Rare land: 'America' war - China - Japan

The US manufacturing industry, especially the green energy industry, always needs rare earths, but they are heavily dependent on China, at least for the next five years.

>>>Having rare earth is still difficult
>>> Japan plans to recycle 13 rare earth metals

On December 15, the US Department of Energy published a report warning that the US is too dependent on China's rare earth supplies, making the US economy vulnerable to short-term minerals. this.

Picture 1 of Rare land: 'America' war - China - Japan
Rare earth mining in China.

The report is expected, the United States may take 15 years to escape its reliance on China for rare earth supplies and call on the US to increase research into alternative sources and expand pipeline development.

Rare earths involve a lot of green energy technologies, from energy-saving light bulbs to electric cars, large wind turbines, which all require rare earths.

The report said that in the next 15 years, at least the supply of five rare earths is still vulnerable, including: dysprosium (Dy), terbium (Tb), neodymium, europi and yttrium. The supply of these 5 rare earths is estimated at 96-99.8% in China.

Dy said that Dy has become the most important rare earth and most easily hindered in the supply of green energy industry.

Australia's well-known rare earth mining advisor, Kingsnorth also said that Dy may be in short supply, expected to make at least five years ahead, the application of new rare earth technology by the green energy industry suffer. slow down.

In parallel with finding opportunities to exploit rare earth from abroad like Vietnam, Japan plans to recycle 13 rare earth metals to produce high-tech products that will be recycled from electronic devices such as Mobile phones and electronic game machines.

In addition, the Japanese Government will mandate the recycling of rare earth metals from small electronic products. Approximately 10-20 types of electronic devices may be included in the list of products to be recycled, including digital cameras, camcorders, DVD players and microwaves.

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Japan has issued legal documents on compulsory recycling of large household products such as air conditioners, refrigerators, televisions and cars. However, the country still has no mandatory regulations to recycle mobile phones and some other electronic devices containing a relatively large amount of rare earth metals.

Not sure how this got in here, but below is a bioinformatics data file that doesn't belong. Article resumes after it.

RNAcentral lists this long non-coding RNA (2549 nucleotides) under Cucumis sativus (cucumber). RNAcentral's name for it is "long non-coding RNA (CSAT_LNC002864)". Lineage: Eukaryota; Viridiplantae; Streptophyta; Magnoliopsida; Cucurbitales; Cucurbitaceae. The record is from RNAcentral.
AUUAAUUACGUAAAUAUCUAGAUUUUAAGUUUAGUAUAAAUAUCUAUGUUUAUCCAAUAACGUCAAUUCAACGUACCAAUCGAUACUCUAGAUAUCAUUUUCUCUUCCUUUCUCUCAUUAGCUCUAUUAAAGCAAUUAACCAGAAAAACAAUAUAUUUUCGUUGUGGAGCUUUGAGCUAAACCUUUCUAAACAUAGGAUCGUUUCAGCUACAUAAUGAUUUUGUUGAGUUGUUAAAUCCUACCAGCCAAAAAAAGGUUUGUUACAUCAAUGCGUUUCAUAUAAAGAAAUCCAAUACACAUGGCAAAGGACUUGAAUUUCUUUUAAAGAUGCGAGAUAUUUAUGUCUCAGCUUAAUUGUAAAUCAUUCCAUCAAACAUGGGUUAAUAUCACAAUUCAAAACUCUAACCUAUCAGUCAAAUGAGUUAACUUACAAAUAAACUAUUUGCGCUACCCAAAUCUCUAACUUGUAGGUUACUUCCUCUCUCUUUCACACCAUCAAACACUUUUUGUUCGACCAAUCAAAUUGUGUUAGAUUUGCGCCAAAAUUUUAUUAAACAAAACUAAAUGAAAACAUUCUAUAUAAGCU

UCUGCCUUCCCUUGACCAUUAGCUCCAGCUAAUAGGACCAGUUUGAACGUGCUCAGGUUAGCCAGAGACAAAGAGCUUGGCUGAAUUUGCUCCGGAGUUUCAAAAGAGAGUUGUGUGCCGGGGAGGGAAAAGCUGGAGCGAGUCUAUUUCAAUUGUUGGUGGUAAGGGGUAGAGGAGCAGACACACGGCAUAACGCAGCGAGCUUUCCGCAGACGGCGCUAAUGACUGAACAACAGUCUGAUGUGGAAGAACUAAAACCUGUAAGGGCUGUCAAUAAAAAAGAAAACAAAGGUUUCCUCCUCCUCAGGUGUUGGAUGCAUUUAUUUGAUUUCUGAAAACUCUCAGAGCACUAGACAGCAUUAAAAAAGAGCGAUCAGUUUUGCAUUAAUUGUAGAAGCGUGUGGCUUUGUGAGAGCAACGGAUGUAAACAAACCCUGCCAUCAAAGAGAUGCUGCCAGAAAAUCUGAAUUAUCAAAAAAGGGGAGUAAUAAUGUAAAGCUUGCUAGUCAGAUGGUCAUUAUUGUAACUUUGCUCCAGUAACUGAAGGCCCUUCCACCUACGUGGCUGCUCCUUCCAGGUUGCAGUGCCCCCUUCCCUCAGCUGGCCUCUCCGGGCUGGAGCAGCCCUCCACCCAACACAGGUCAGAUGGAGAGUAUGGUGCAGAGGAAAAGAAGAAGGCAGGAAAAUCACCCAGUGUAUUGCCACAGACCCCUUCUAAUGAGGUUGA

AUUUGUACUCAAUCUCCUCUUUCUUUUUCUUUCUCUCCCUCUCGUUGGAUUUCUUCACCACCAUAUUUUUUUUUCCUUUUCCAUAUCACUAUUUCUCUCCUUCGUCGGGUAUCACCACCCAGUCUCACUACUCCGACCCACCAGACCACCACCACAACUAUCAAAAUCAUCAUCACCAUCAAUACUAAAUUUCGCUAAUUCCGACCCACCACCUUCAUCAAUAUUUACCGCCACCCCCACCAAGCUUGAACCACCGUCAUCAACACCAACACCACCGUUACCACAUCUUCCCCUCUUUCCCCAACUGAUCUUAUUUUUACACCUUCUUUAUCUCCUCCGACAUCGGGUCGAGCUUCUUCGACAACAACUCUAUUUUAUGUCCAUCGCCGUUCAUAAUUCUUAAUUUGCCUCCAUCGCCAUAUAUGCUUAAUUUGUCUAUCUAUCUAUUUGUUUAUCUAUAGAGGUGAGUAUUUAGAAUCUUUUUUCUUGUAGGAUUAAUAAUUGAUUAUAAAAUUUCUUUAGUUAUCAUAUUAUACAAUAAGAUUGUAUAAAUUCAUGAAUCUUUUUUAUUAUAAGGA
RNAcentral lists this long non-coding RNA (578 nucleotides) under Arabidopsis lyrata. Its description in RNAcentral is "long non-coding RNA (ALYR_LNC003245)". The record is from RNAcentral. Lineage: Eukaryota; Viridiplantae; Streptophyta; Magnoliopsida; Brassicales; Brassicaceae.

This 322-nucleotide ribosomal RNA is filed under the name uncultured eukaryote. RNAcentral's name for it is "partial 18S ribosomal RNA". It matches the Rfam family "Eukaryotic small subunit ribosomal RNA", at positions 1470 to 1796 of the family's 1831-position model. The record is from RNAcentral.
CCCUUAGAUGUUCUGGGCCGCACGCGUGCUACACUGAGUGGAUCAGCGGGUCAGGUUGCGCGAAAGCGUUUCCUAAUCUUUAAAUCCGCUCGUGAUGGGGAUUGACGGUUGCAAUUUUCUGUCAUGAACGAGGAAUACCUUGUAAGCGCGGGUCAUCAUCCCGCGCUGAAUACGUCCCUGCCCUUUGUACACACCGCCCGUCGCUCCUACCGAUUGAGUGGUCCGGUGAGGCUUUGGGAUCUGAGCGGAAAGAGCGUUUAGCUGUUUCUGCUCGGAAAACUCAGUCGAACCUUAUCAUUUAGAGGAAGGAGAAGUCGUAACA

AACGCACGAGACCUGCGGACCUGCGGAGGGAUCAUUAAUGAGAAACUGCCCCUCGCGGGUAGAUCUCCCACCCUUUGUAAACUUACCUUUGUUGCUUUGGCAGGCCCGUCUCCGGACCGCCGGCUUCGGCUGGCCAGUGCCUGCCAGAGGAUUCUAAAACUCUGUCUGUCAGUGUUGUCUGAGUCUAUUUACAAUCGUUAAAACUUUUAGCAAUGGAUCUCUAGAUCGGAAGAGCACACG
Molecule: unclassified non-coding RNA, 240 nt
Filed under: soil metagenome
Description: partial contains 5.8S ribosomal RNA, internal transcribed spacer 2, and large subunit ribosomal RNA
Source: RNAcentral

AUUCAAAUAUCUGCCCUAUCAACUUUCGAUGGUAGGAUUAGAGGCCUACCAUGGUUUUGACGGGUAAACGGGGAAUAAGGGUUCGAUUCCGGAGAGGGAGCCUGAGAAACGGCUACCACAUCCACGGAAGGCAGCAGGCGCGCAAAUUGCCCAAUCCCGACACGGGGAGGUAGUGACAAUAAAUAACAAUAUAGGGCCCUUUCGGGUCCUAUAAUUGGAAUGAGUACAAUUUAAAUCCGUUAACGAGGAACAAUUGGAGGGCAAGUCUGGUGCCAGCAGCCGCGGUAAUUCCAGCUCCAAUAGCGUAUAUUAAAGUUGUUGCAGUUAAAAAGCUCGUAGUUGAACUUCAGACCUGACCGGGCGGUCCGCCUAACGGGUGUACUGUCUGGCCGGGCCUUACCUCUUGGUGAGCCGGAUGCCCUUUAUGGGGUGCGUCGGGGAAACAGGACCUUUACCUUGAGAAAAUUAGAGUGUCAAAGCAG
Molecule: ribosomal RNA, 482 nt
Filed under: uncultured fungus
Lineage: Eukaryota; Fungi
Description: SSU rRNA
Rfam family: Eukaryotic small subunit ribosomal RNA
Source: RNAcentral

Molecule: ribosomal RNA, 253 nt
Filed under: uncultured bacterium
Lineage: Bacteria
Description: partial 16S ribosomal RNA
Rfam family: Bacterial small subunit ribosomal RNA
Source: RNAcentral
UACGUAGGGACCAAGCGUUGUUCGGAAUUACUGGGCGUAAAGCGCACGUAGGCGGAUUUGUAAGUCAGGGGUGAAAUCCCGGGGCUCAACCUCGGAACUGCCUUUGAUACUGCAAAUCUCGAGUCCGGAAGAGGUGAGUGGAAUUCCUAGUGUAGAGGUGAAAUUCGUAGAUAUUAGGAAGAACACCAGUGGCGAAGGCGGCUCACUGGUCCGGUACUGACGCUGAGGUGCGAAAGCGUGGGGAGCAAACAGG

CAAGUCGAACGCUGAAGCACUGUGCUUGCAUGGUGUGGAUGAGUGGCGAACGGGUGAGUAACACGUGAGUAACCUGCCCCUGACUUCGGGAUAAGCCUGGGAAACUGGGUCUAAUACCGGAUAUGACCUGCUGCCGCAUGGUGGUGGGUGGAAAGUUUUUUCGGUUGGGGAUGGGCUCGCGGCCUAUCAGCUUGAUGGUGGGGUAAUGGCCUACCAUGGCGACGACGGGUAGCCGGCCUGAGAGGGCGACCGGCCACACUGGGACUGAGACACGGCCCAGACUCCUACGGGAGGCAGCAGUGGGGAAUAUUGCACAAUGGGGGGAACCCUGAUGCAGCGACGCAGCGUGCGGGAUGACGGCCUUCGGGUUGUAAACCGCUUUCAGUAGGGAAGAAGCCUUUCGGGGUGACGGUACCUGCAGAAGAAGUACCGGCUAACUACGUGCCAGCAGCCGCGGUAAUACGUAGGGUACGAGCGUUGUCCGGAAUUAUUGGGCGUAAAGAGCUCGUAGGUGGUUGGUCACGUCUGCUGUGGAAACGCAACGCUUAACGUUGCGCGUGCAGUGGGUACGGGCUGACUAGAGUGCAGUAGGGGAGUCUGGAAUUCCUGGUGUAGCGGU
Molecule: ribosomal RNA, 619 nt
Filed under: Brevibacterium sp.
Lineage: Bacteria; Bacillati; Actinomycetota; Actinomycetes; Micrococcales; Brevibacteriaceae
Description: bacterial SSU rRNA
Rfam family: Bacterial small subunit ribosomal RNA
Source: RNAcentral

Picture 2 of Rare land: 'America' war - China - Japan

In recent years, the demand for rare earth metals in the world is increasing rapidly as sales of electric cars and other eco-friendly electronic products are increasing. By 2020, lithium demand may increase by 203 times, while manganese demand will increase by 161 times compared to today.

Japan is trying to diversify the supply of rare earth metals to avoid reliance on China, the world's largest exporter of rare earth metals and currently providing 97% of Japan's rare earth metal demand. .

In rare earths, at least 96% of the most important types are currently being exploited and produced in China. Beijing has adopted management and control to limit exports of rare earths, facilitating their manufacturing industry.

The report reflects a new perspective, that is, the US needs to own rare earth resources to ensure the viability of the US green energy manufacturing industry. This report has been quite pessimistic about the possibility of the US escaping from its reliance on rare earths.

China holds 99.8% of the 5 major rare earths. From 2006 onwards, China taxed 15% on light rare earths such as La, Ce, and 25% for heavy rare earths such as Dy, Tb.

In the world, almost only southern China has exploited Dy, this rare earth in China is priced at 95 USD / kg, but after taxing the price is up to 135 USD / kg.

Not only that, on December 14, China announced in 2011 that it will increase export taxes on some rare earths. Restricting Chinese exports, coupled with cheap labor, a large government subsidy, makes China increasingly able to dominate the green energy industry that needs rare earths, such as wind turbines.

China's increased control of rare earth exports may prompt foreign companies such as US Molycorp Company and Australia's Lynas Group to enter or return to rare-earth mining, but rare earth mining follows. The plans of these two companies are mainly light rare earths, and the production of many medium and heavy rare earths is important for green energy is relatively few.

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